What’s Hot: Sweet turbo engine, handles well, generous interior space.
What’s Not: Dull cabin design, front parking sensors only on high-grade model.
X-FACTOR: An appealing sedan on many fronts, and bigger inside than some 'large' cars.
Vehicle Style: Medium sedan
Price: $29,990 (Active) to $41,990 (Elite)
Engine/trans: 138kW/241Nm 2.4 petrol 4cyl, 180kW/350Nm 2.0 petrol 4cyl | 6sp auto
Fuel Economy claimed: 8.3 l/100km (2.4), 9.2 l/100km (2.0 turbo).
Hyundai’s strategy sees the i40 become its midsize diesel sedan and petrol/diesel wagon option, while the newer Sonata will operate in the higher-sellling petrol sedan category.
Significantly, the 2015 Sonata is Hyundai Australia’s first non-performance car to get a turbocharged petrol engine.
While the entry-level Sonata Active comes with a conventional 2.4 litre engine, the Elite and Premium grades get a 2.0 litre turbo motor that produces more power and torque from less displacement.
Now, having driven it, we can declare it to be a good thing.
What of the rest of the car? We travelled to Tasmania to put the Sonata through the wringer, and the location for the launch is significant.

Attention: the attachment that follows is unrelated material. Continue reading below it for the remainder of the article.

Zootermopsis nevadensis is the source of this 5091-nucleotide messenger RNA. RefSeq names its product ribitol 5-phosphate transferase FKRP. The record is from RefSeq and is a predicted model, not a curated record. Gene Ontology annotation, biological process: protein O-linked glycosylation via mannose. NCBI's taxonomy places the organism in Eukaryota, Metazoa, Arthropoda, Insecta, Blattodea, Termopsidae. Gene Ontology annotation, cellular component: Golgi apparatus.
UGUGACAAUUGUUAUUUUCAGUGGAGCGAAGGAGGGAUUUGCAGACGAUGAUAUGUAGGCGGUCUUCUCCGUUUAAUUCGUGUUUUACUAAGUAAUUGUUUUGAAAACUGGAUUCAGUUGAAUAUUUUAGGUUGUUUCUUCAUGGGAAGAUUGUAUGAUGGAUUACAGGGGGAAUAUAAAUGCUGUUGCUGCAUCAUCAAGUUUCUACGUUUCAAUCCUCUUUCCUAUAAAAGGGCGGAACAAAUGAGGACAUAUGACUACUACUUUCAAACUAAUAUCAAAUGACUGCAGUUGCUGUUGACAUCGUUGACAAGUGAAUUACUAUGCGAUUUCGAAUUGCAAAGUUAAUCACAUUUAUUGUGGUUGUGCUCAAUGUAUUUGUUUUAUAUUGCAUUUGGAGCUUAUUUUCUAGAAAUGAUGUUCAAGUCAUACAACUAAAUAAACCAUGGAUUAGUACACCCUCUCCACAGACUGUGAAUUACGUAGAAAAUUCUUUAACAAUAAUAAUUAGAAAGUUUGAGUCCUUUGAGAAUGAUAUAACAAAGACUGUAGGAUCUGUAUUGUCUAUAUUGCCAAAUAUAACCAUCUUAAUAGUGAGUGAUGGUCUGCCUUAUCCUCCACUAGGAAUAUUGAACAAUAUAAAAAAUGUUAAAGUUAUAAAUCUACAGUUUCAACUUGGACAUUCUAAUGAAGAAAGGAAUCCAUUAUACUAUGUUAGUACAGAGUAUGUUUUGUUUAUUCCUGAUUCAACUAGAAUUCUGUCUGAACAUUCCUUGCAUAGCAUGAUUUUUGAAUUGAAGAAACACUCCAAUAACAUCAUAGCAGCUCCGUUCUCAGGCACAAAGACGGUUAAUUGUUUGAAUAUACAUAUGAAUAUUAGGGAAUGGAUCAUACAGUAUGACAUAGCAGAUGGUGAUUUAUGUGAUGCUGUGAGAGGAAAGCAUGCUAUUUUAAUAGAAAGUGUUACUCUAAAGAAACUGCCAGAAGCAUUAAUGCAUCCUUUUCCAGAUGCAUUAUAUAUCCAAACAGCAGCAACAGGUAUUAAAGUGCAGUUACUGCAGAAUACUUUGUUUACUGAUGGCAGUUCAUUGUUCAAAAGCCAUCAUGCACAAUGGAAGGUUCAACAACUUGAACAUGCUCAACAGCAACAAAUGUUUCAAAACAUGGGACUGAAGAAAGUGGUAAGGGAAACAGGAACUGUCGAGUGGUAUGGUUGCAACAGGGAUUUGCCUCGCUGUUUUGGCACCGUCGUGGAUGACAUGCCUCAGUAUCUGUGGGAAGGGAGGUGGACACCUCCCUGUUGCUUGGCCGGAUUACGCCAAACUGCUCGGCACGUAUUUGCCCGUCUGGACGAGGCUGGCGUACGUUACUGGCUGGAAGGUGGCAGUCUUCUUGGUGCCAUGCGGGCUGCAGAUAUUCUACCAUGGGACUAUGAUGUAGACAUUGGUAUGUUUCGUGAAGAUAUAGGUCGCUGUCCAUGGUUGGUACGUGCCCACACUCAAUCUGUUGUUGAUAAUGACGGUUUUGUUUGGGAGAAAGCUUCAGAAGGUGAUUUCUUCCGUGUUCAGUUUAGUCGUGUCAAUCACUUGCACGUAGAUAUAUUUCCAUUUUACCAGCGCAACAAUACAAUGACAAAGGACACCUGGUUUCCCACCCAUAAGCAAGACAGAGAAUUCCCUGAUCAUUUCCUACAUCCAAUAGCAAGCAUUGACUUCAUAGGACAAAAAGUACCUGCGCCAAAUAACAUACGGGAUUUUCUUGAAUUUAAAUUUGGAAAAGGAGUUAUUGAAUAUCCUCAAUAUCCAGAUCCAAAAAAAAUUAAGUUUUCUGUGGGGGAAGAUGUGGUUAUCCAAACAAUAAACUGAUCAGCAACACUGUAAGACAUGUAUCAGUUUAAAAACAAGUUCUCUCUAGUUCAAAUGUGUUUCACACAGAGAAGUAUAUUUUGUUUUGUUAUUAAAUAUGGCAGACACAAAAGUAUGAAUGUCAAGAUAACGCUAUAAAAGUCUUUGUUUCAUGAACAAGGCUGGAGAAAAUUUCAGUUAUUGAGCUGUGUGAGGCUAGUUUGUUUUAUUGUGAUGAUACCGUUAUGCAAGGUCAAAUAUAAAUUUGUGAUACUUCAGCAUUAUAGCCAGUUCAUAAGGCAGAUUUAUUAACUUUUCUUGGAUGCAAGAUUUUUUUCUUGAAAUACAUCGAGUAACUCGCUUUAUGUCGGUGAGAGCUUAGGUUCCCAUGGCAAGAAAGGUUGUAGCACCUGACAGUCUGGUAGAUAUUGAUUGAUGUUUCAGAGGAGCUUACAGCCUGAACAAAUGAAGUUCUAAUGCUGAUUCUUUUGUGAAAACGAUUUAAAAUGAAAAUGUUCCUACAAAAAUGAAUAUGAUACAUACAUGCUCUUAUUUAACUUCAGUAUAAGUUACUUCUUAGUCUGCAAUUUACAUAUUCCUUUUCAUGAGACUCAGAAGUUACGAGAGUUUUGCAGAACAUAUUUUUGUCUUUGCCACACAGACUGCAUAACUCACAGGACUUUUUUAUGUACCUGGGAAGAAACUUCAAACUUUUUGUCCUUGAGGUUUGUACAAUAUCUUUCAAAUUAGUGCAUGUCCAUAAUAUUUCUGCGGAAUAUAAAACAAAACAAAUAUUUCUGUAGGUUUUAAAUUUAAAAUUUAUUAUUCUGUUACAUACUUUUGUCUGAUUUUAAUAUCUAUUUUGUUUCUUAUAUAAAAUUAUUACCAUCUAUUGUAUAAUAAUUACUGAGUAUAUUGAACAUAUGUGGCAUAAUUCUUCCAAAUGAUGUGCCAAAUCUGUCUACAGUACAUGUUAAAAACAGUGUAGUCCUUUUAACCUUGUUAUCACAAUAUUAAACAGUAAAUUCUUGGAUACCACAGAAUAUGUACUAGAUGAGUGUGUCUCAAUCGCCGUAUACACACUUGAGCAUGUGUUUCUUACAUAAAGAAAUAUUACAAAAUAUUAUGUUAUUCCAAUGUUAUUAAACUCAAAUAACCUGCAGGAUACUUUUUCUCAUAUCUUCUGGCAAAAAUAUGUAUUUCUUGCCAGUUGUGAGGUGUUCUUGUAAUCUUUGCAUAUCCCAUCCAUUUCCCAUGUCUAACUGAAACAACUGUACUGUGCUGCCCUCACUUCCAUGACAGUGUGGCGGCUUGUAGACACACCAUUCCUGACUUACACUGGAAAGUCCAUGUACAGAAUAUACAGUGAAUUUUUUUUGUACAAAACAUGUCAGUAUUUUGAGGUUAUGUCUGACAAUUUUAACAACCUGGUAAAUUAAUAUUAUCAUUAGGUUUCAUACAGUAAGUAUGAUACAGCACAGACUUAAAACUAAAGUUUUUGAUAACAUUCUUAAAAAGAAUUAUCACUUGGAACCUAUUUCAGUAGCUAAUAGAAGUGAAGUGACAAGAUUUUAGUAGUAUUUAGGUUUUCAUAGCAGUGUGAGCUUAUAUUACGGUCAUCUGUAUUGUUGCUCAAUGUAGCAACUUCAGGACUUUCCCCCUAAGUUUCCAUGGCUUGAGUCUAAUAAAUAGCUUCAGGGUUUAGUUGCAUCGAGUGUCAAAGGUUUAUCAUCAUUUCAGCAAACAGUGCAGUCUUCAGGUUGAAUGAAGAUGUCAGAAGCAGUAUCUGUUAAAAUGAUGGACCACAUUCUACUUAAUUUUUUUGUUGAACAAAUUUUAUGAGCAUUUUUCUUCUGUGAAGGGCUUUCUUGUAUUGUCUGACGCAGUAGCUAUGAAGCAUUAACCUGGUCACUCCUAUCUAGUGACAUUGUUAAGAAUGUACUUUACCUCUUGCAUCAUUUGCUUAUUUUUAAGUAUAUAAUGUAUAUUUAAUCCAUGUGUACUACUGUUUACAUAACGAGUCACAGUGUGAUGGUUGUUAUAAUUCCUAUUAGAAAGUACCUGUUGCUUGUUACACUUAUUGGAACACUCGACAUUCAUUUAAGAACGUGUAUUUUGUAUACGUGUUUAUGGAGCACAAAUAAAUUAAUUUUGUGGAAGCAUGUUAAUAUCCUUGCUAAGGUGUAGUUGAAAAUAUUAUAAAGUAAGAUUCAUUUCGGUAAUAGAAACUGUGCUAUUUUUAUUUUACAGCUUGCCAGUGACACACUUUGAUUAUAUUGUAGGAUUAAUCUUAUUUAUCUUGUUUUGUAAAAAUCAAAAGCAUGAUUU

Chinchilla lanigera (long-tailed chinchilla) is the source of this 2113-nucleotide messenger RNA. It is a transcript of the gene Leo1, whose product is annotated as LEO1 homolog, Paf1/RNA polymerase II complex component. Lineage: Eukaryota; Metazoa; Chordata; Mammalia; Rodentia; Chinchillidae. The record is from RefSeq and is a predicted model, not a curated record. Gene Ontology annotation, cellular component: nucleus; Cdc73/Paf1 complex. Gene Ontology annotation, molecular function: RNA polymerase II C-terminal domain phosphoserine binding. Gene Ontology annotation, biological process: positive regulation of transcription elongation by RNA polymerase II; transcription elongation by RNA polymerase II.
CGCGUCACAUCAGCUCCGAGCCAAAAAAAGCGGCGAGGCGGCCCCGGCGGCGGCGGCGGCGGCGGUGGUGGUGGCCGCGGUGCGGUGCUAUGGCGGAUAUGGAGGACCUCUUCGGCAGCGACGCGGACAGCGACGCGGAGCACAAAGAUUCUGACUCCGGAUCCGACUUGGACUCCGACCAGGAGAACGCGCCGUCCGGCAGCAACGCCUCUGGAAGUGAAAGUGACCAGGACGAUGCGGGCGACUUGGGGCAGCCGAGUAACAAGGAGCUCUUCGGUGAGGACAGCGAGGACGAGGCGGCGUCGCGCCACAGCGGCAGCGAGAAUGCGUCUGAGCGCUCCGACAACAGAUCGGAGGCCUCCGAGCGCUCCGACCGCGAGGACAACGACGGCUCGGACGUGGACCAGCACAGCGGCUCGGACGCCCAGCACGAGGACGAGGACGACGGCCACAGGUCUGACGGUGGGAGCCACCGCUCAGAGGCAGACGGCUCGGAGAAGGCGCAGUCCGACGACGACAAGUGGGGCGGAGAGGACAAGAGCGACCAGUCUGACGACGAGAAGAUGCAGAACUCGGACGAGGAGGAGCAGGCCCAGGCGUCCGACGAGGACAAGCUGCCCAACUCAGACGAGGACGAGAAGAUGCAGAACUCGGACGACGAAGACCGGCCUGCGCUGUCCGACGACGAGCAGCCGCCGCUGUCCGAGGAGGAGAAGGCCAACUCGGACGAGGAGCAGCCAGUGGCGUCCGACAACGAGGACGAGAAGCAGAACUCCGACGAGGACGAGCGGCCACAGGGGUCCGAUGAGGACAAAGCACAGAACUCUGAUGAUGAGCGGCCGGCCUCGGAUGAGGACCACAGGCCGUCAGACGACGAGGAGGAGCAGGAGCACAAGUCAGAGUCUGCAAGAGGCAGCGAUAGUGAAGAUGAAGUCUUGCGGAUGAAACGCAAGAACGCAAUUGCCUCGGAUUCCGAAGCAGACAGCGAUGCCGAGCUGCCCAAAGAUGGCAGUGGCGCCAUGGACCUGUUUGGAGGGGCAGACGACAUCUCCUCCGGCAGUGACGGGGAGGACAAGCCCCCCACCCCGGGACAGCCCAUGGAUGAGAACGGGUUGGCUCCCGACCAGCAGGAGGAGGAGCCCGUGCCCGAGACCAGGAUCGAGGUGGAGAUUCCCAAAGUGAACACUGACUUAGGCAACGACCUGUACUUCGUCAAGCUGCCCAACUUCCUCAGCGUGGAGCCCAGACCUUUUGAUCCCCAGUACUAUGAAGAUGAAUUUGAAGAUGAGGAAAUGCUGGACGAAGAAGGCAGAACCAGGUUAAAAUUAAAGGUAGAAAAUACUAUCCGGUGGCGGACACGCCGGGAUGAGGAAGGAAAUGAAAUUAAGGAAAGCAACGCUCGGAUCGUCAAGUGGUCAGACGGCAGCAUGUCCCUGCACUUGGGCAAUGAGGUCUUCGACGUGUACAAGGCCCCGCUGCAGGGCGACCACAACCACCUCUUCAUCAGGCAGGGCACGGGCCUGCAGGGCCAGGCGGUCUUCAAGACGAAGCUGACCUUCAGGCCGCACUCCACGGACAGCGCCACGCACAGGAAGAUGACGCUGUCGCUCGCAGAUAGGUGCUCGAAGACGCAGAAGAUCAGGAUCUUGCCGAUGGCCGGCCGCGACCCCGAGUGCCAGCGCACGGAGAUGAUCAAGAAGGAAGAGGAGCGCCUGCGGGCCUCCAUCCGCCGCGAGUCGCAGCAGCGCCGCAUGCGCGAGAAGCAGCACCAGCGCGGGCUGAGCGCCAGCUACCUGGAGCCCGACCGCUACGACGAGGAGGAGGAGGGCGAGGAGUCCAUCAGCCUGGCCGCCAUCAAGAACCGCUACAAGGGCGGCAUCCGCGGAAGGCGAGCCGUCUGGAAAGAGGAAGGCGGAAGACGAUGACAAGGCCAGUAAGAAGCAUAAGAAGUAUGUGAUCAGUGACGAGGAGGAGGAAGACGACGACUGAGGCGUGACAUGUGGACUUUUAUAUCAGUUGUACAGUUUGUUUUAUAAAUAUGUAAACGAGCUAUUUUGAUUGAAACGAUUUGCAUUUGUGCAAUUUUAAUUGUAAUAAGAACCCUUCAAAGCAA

When the i45 was launched it received so much negative press for its suspension tune that it prompted Hyundai Australia to embark on a local tuning program for every new model it launched.
With no shortage of challenging driving roads in Tasmania, the company is clearly confident that the Sonata won’t have any of the soggy handling that hobbled its predecessor.
- Active: Air conditioning, steering wheel audio controls, cruise control, reversing camera, rear parking sensors, power windows, 17-inch alloys.
- Elite adds: Dual-zone climate control, leather upholstery, powered driver’s seat, auto-opening bootlid, 8” colour touchscreen with navigation, kelyess entry and ignition, power-folding wing mirrors
- Premium adds: Panoramic glass sunroof, heated and ventilated front seats, rear sunblinds, bi-xenon headlamps, front parking sensors, rain-sensing wipers/
- Luggage capacity: 462 litres minimum. 60:40 split fold rear seats allow cargo area to expand.
On the subject of styling, the Sonata's interior is a bit bland. Nevertheless, this is a smart-looking, well-built interior that emphasises space and comfort.
And space truly is the keyword.
It may be a midsizer, but thanks to a wheelbase that’s just a few centimetres shy of a Ford Falcon, there is acres of legroom in the back seat and stacks of space for those up front.